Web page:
Twenty-five years. That's how long it has been since the first Chesapeake Bay Agreement was signed.
The Executive Council signed a second agreement in 1987 pledging to reduce nitrogen and phosphorus pollution by 40 percent by 2000. In spite of "sound science" dictating the 40 percent reduction, the goal was immediately and significantly diluted by calling some pollution "uncontrollable." Air pollution was labeled as such. Nevertheless, the goal was still missed, by a significant margin.
Now there is the third agreement, Chesapeake 2000, with new commitments to new goals-once again citing sound science.
For the last several months, we have been hearing that the 175 million pound cap on nitrogen pollution-what Chesapeake 2000 promised to deliver and what science tells us is the most the Bay can tolerate-will not be met. Current programs and funding will not achieve a reduction of an average annual nitrogen pollution load of 110 million pounds.
As Yogi Berra once said, this "feels like deja vu all over again"-goals and commitments made then diluted.
After an extraordinary "special session" in Maryland when the governor and General Assembly launched a new Bay restoration initiative-creating the Chesapeake Bay 2010 Trust Fund-and Gov. Martin O'Malley led the Executive Council meeting with his goal of having the programs and funding in place by the end of 2010 to meet his state's portion of Chesapeake 2000, Maryland is retreating, proposing to halve the amount of the fund.
In Virginia, Gov. Tim Kaine hailed the uniqueness of the leadership provided by the Agriculture and Conservation Partnership for Water Quality (a 10-member coalition of farming and conservation groups) and the General Assembly created The Virginia Natural Resources Commitment Fund for agricultural conservation practices. But now, the partnership's call for a dedicated funding source upon which farmers can rely for annual implementation of clean water practices has been rejected.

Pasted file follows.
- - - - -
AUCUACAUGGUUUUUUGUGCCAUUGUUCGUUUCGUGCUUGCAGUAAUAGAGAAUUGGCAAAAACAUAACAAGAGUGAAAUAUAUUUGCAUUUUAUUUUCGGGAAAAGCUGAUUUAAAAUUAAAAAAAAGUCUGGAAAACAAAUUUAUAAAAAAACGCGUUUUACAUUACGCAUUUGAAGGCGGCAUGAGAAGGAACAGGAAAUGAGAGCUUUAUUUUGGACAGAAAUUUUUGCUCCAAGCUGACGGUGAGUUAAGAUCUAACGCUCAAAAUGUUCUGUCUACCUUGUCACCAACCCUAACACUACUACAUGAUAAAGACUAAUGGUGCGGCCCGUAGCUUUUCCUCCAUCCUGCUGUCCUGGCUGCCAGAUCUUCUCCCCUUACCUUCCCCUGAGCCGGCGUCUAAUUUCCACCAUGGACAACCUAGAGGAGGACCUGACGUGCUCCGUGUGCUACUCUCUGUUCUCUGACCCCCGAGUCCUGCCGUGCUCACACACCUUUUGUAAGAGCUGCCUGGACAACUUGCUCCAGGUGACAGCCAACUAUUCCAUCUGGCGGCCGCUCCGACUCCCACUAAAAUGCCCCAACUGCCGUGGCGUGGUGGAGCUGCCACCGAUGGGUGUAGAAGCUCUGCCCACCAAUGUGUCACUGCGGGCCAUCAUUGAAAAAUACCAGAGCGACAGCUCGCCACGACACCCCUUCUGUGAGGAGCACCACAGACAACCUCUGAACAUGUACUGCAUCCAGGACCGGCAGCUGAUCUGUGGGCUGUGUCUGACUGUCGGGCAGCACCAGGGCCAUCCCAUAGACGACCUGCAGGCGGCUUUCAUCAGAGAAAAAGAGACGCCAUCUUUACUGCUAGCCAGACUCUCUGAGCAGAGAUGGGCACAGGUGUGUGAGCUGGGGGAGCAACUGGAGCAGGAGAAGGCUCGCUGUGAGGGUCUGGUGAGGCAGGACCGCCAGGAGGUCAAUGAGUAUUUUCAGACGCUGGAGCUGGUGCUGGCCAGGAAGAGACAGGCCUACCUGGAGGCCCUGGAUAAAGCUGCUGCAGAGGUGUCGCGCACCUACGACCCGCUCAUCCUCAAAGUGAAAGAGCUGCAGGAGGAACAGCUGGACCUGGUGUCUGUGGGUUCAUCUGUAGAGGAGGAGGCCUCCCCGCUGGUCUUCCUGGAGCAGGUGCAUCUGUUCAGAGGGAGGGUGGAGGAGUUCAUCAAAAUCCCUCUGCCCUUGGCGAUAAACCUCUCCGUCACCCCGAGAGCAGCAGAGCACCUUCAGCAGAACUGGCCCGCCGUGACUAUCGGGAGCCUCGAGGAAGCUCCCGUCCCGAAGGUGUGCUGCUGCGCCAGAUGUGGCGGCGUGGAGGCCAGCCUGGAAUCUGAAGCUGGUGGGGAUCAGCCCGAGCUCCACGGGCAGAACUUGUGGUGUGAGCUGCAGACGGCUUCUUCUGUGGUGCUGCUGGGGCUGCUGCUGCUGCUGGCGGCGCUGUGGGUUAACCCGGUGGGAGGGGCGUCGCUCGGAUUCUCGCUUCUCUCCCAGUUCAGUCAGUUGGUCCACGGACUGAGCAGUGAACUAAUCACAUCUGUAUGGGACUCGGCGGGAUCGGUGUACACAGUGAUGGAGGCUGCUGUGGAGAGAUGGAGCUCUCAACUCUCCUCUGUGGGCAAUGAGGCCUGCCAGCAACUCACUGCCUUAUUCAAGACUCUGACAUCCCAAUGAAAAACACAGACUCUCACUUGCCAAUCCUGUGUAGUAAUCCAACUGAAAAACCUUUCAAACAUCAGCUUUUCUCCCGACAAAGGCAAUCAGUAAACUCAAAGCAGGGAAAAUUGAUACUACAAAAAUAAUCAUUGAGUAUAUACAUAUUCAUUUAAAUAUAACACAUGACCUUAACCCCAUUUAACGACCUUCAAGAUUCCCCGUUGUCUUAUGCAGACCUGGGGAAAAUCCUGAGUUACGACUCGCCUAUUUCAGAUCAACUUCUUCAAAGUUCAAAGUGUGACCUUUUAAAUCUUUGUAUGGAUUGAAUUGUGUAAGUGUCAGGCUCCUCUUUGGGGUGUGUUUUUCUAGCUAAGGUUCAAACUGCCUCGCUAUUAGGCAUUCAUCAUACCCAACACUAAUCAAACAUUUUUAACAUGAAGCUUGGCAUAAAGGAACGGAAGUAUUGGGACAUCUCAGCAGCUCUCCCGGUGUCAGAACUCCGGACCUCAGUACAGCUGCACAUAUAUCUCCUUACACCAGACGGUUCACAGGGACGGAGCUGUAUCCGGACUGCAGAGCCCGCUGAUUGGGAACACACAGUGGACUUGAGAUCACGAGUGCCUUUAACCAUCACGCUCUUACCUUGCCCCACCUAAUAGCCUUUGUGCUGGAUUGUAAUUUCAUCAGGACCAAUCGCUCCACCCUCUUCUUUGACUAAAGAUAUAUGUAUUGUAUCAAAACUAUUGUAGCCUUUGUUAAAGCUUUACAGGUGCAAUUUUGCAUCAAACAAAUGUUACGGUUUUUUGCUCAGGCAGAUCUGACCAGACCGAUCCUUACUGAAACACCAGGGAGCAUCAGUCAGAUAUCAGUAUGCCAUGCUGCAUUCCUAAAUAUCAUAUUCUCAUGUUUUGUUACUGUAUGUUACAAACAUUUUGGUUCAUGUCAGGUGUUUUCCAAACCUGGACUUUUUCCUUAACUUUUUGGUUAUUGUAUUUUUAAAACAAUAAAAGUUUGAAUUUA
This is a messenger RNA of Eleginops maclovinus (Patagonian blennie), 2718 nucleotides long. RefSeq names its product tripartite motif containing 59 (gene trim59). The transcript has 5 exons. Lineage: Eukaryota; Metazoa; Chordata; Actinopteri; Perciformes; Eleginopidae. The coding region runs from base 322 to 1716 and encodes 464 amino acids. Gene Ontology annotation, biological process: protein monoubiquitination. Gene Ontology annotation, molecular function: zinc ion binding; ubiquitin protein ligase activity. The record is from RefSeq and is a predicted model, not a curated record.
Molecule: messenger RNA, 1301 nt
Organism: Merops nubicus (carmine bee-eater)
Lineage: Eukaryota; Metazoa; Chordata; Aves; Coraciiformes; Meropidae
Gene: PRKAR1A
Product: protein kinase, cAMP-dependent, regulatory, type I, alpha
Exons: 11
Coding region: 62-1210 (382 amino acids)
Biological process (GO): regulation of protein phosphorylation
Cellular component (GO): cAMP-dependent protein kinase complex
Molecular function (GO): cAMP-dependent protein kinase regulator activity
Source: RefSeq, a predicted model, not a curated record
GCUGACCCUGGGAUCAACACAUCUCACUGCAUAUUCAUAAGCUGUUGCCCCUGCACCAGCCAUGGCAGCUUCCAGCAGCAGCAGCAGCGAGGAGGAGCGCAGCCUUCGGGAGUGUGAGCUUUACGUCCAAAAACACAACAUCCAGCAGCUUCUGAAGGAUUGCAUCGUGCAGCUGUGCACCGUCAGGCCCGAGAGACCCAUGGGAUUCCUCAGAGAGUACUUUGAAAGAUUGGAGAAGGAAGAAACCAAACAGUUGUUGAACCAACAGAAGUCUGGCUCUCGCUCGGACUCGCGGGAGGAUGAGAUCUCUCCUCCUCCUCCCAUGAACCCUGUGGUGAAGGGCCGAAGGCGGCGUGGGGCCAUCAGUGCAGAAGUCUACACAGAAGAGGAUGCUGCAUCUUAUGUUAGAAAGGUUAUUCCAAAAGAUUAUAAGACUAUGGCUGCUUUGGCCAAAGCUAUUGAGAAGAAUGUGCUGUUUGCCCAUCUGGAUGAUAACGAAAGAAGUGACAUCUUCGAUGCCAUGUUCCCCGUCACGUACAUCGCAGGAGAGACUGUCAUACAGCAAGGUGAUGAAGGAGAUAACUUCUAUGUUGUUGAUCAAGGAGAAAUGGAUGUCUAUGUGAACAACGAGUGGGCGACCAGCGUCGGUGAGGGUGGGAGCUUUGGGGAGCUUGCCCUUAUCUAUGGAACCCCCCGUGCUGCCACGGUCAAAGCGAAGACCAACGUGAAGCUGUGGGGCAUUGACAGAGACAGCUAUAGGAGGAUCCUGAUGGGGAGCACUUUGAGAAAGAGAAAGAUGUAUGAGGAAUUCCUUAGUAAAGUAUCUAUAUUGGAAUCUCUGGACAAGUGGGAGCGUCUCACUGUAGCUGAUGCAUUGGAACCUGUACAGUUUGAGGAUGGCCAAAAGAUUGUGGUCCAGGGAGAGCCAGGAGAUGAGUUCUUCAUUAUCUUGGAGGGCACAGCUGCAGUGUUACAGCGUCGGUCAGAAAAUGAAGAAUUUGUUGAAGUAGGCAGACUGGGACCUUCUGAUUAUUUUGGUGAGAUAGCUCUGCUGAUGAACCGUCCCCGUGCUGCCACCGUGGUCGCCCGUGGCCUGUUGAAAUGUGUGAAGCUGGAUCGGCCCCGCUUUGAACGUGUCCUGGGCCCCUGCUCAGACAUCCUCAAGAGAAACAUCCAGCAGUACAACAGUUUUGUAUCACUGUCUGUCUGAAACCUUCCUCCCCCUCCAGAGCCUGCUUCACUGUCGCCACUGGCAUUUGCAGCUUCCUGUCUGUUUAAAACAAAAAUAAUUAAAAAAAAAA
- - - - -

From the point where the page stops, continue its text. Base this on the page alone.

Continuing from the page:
In Pennsylvania, local governments are lining up to sue the state to stop the implementation of pollution reduction limits at sewage treatment plants because the state failed to develop a comprehensive plan for cost-share assistance as was provided in Maryland and Virginia.
Deja vu all over again. Words spoken commitments made, goals set...and then, dilution and retreat.
Polls show overwhelmingly that the region's voters believe the Bay can be saved, want it saved-and are willing to pay to save it. Apparently, our elected officials are not listening.
Perhaps they will wish they had, come 2010. If we do not meet the Chesapeake 2000 water quality goals, extraordinary and possibly cripplingly expensive measures may have to be taken. What if there was a moratorium on all new development because the Bay simply cannot tolerate more pollution from new sources? What if governments turn their backs on the region's farmers and regulate them under the full weight of the law? What if no new industry or business was allowed to locate in the watershed because of increased pollution loadings violating federal regulations?
There is still time to get on track. We can continue to upgrade sewage treatment plants on a timely basis; we can fund agricultural conservation practices and provide constant, reliable dollars, targeting those practices and places that yield the greatest pollution reductions; we can better manage stormwater, putting pollution limits in permits; we can require power plants to install state-of-the-art technology and move toward "clean car" technology now; and we can retrofit existing buildings to be more energy efficient. Steps such as these will set us on the path to achieve the 2010 water quality goals.
And they can create "green collar" jobs and put money into local economies.
The choice is clear for our leaders: They can meet their commitments, accelerate pollution reduction and invest in clean water. Or, they can burden voters with the consequences of tightened restrictions and regulations on how they live and do business.
I vote for a new view, not a deja vu.